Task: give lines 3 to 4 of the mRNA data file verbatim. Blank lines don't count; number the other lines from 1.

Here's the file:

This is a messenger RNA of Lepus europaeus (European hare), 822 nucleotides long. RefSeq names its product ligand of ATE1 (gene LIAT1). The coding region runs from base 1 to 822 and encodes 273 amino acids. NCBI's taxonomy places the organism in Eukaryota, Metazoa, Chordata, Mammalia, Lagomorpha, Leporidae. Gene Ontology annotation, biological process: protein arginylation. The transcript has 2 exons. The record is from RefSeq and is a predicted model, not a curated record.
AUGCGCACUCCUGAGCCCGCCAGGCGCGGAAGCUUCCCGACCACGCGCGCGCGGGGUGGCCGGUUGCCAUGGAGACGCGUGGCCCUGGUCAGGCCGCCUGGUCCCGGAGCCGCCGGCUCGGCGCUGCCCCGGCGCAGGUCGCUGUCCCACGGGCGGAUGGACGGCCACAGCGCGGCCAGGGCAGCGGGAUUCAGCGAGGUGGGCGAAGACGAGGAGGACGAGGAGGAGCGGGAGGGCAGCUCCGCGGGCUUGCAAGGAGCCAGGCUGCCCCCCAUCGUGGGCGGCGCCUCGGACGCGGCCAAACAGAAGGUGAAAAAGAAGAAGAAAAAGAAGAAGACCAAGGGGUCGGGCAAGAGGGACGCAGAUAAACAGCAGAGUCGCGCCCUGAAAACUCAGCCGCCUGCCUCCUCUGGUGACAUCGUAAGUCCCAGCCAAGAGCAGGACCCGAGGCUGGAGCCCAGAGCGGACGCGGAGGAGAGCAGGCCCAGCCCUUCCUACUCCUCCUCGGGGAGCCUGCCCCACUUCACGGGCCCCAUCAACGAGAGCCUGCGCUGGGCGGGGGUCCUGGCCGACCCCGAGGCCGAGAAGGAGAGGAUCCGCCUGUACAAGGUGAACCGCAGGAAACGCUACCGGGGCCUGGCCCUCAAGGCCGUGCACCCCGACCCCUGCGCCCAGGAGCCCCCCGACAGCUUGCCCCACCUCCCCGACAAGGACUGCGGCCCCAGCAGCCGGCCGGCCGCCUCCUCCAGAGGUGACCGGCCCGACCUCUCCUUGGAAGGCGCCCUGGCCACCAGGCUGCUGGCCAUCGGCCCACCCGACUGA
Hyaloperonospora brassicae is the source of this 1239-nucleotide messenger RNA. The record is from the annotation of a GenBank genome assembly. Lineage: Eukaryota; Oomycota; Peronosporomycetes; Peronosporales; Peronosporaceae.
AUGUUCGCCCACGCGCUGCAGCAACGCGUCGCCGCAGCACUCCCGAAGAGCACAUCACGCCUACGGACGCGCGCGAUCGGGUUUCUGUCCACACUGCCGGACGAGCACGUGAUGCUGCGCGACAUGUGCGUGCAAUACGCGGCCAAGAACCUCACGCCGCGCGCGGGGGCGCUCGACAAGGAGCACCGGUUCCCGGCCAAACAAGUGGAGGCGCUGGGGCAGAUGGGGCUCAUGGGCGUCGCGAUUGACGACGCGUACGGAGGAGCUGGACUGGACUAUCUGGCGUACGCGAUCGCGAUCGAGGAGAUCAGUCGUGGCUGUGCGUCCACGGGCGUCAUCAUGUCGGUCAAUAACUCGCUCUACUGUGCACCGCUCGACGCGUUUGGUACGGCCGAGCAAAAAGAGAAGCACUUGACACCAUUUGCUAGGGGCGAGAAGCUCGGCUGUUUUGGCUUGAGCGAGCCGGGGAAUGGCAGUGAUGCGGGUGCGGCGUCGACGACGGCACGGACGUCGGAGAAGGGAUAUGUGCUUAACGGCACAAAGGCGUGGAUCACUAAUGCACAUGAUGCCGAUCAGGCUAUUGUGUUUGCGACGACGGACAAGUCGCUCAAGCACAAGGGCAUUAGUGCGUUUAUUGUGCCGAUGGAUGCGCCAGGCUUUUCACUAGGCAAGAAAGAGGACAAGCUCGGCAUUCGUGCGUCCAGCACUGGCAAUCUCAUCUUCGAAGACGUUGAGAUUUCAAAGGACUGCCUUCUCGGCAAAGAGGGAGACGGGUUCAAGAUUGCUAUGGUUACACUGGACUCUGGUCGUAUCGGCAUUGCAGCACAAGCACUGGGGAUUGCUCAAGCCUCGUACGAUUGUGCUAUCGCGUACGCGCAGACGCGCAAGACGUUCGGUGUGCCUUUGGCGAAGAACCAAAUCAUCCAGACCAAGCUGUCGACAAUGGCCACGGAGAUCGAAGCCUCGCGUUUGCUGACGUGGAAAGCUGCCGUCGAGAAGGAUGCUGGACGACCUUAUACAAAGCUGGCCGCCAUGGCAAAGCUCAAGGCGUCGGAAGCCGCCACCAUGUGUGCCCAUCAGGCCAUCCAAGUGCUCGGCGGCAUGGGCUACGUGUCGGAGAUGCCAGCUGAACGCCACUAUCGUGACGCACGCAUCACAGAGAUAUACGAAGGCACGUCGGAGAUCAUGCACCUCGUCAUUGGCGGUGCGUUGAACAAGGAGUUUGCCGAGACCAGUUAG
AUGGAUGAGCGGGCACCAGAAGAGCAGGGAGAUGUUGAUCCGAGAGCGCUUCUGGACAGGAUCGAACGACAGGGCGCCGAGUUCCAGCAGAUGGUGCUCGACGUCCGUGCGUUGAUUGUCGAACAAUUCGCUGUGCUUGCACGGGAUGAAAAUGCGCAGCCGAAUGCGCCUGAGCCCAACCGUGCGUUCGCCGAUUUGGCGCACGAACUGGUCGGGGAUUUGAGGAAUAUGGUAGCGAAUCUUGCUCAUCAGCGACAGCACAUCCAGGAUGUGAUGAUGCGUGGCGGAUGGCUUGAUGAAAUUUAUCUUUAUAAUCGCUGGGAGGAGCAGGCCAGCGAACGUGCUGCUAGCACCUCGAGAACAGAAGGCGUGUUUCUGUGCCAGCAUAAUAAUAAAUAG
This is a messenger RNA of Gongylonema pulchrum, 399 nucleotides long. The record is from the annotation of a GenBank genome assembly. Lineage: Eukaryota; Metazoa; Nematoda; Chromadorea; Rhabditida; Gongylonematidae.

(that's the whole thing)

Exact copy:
Hyaloperonospora brassicae is the source of this 1239-nucleotide messenger RNA. The record is from the annotation of a GenBank genome assembly. Lineage: Eukaryota; Oomycota; Peronosporomycetes; Peronosporales; Peronosporaceae.
AUGUUCGCCCACGCGCUGCAGCAACGCGUCGCCGCAGCACUCCCGAAGAGCACAUCACGCCUACGGACGCGCGCGAUCGGGUUUCUGUCCACACUGCCGGACGAGCACGUGAUGCUGCGCGACAUGUGCGUGCAAUACGCGGCCAAGAACCUCACGCCGCGCGCGGGGGCGCUCGACAAGGAGCACCGGUUCCCGGCCAAACAAGUGGAGGCGCUGGGGCAGAUGGGGCUCAUGGGCGUCGCGAUUGACGACGCGUACGGAGGAGCUGGACUGGACUAUCUGGCGUACGCGAUCGCGAUCGAGGAGAUCAGUCGUGGCUGUGCGUCCACGGGCGUCAUCAUGUCGGUCAAUAACUCGCUCUACUGUGCACCGCUCGACGCGUUUGGUACGGCCGAGCAAAAAGAGAAGCACUUGACACCAUUUGCUAGGGGCGAGAAGCUCGGCUGUUUUGGCUUGAGCGAGCCGGGGAAUGGCAGUGAUGCGGGUGCGGCGUCGACGACGGCACGGACGUCGGAGAAGGGAUAUGUGCUUAACGGCACAAAGGCGUGGAUCACUAAUGCACAUGAUGCCGAUCAGGCUAUUGUGUUUGCGACGACGGACAAGUCGCUCAAGCACAAGGGCAUUAGUGCGUUUAUUGUGCCGAUGGAUGCGCCAGGCUUUUCACUAGGCAAGAAAGAGGACAAGCUCGGCAUUCGUGCGUCCAGCACUGGCAAUCUCAUCUUCGAAGACGUUGAGAUUUCAAAGGACUGCCUUCUCGGCAAAGAGGGAGACGGGUUCAAGAUUGCUAUGGUUACACUGGACUCUGGUCGUAUCGGCAUUGCAGCACAAGCACUGGGGAUUGCUCAAGCCUCGUACGAUUGUGCUAUCGCGUACGCGCAGACGCGCAAGACGUUCGGUGUGCCUUUGGCGAAGAACCAAAUCAUCCAGACCAAGCUGUCGACAAUGGCCACGGAGAUCGAAGCCUCGCGUUUGCUGACGUGGAAAGCUGCCGUCGAGAAGGAUGCUGGACGACCUUAUACAAAGCUGGCCGCCAUGGCAAAGCUCAAGGCGUCGGAAGCCGCCACCAUGUGUGCCCAUCAGGCCAUCCAAGUGCUCGGCGGCAUGGGCUACGUGUCGGAGAUGCCAGCUGAACGCCACUAUCGUGACGCACGCAUCACAGAGAUAUACGAAGGCACGUCGGAGAUCAUGCACCUCGUCAUUGGCGGUGCGUUGAACAAGGAGUUUGCCGAGACCAGUUAG